After many hours of reading, checking up various professionals’ opinions, studying language acquisition in linguistics and comparing the results of studies done all over the world, we decided upon our strategy. Please, please do take note that this was our personal decision, and that does not mean that any other choice is wrong, this is simply the way we decided to do things.

We took the “one person one language” road to language. This means that dad will speak will speak dad’s language to the children, and no other language (to the child) ever, until he’s at least 4 years old. In the same way, mom will speak mom’s language to the children and no other language (to the child) ever, until he’s at least 4 years old. Even if there are other people in the company who do not understand these languages, each parent will continue to speak their own language when addressing the children. For the sake of good manners, after speaking to the child, you can summarise the conversation in another language so that everyone is up to date. But under no circumstance address the children in a language other than the one you always speak to them.

Right, time for an example! My family does not understand my husband’s language. Even so, when we visit them, my husband addresses our sons in his language, and they respond in his language. Only when the father-sons conversation is finished, does he tell my family “what it was all about” in a language they understand. Similarly, when we have English-speaking friends over, we speak English to them (the friends), but not to our children.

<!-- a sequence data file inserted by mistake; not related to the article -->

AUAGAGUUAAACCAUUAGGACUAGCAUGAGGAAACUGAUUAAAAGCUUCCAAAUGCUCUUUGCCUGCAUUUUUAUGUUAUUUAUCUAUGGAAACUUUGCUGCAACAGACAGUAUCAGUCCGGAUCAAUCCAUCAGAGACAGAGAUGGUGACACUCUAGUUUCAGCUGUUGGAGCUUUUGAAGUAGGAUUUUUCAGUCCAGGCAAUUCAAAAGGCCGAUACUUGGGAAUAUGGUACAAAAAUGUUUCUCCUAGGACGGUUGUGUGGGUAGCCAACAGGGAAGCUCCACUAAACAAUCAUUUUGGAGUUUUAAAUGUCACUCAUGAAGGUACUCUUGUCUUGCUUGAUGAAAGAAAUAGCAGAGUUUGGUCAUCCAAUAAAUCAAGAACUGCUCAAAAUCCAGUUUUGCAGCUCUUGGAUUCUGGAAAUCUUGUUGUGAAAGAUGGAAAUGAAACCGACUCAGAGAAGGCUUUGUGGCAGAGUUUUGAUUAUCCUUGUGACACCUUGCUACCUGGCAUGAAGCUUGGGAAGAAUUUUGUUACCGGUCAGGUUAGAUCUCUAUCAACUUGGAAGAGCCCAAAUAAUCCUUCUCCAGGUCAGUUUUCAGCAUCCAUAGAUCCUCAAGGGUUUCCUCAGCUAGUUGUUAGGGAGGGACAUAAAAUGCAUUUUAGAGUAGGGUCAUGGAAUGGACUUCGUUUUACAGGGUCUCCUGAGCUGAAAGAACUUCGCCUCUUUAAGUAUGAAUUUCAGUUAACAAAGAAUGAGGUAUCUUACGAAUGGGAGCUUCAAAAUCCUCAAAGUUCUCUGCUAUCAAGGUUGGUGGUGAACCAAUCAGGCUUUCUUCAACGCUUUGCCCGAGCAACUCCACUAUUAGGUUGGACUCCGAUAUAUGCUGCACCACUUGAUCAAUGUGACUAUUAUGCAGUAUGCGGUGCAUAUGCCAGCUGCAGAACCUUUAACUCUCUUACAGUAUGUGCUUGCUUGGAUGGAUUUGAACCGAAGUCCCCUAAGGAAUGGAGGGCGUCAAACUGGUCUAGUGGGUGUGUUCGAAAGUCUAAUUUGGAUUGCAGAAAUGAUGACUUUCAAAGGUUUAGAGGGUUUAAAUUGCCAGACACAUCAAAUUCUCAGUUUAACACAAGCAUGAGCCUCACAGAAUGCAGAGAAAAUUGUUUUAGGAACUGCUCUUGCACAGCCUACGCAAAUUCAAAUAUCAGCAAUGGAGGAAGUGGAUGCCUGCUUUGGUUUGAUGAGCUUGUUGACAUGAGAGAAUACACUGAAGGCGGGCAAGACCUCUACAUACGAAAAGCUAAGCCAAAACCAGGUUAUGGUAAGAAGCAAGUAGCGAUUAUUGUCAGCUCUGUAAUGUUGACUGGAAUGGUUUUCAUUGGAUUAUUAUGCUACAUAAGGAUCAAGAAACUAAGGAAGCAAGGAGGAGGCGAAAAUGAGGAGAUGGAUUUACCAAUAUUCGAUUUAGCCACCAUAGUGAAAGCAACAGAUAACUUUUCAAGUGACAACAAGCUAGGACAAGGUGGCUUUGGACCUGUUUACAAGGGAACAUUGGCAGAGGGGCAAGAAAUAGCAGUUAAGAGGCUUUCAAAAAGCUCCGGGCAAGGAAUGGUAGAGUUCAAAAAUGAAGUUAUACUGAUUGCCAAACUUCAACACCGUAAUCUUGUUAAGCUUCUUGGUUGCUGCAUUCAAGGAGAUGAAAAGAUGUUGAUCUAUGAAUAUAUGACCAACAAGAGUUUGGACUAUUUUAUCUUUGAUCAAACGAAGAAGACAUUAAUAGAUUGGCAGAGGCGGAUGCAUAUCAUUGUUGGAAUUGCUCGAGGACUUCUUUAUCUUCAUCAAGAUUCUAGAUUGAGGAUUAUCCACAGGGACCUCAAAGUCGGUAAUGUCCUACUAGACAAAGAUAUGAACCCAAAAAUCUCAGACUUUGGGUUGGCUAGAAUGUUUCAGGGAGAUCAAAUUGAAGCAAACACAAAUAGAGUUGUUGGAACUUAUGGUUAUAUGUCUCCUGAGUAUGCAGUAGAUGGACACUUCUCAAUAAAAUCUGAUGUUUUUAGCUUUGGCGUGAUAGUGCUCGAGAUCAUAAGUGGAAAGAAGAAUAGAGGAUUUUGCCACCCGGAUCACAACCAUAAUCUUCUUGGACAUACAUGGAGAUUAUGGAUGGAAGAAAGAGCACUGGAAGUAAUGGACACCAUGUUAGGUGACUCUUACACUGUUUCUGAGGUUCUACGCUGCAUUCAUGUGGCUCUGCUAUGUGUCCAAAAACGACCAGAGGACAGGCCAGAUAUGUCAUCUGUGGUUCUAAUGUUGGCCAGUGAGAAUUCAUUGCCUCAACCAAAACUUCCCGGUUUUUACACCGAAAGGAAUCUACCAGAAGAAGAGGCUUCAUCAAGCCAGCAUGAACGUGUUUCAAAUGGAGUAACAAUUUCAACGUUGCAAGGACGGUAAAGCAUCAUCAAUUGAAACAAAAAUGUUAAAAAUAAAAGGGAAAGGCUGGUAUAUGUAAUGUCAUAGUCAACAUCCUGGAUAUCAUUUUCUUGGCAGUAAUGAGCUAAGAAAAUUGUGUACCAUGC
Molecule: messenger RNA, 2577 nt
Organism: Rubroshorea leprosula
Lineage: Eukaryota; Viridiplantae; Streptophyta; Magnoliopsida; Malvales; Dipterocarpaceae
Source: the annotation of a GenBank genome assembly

This might sound confusing, but it is not. Simply speak your language. It might sound like effort, and that it was, because sometimes it would have been easier to speak English when friends are around, rather than speaking one language to the children and another to the friends. However, it didn’t take very long to get so used to this, and now we don’t even think about which language to speak.

The really amazing thing is that our children respond to us in our own languages. The very first time I sent my son to my husband with a message (talking my language of course), and heard him deliver the message in my husband’s language (of course, because he’s speaking to dad now), I was dancing and jumping! He GOT it. And later, when our second son was about the same age, the same thing happened. They both got it. Years apart, in two different countries when it happened, but it happened.

Our family conversations might appear strange to other people, because I speak my language, my husband speaks his, and the children speak either, depending on who they address. Wonderful! Magnificent. Marvellous, I love it.

They speak two separate languages fluently, without mixing them up, or getting confused, or being unable to talk, or any of the other dooming predictions cast upon us.

What about English? you may ask. They need to be international after all. Well, since we have many English-speaking friends, and in most public places are served in English, they get a huge amount of English input. Also, since all those people consistently only speak English to them, there still is no confusion. Our older son (now 6) often replies in English with ease and confidence, although still with some grammar errors. Our younger son plays happily with his English-speaking friends, without worrying about their language. 

So we’re off on a good start to homeschooling in a multilingual family!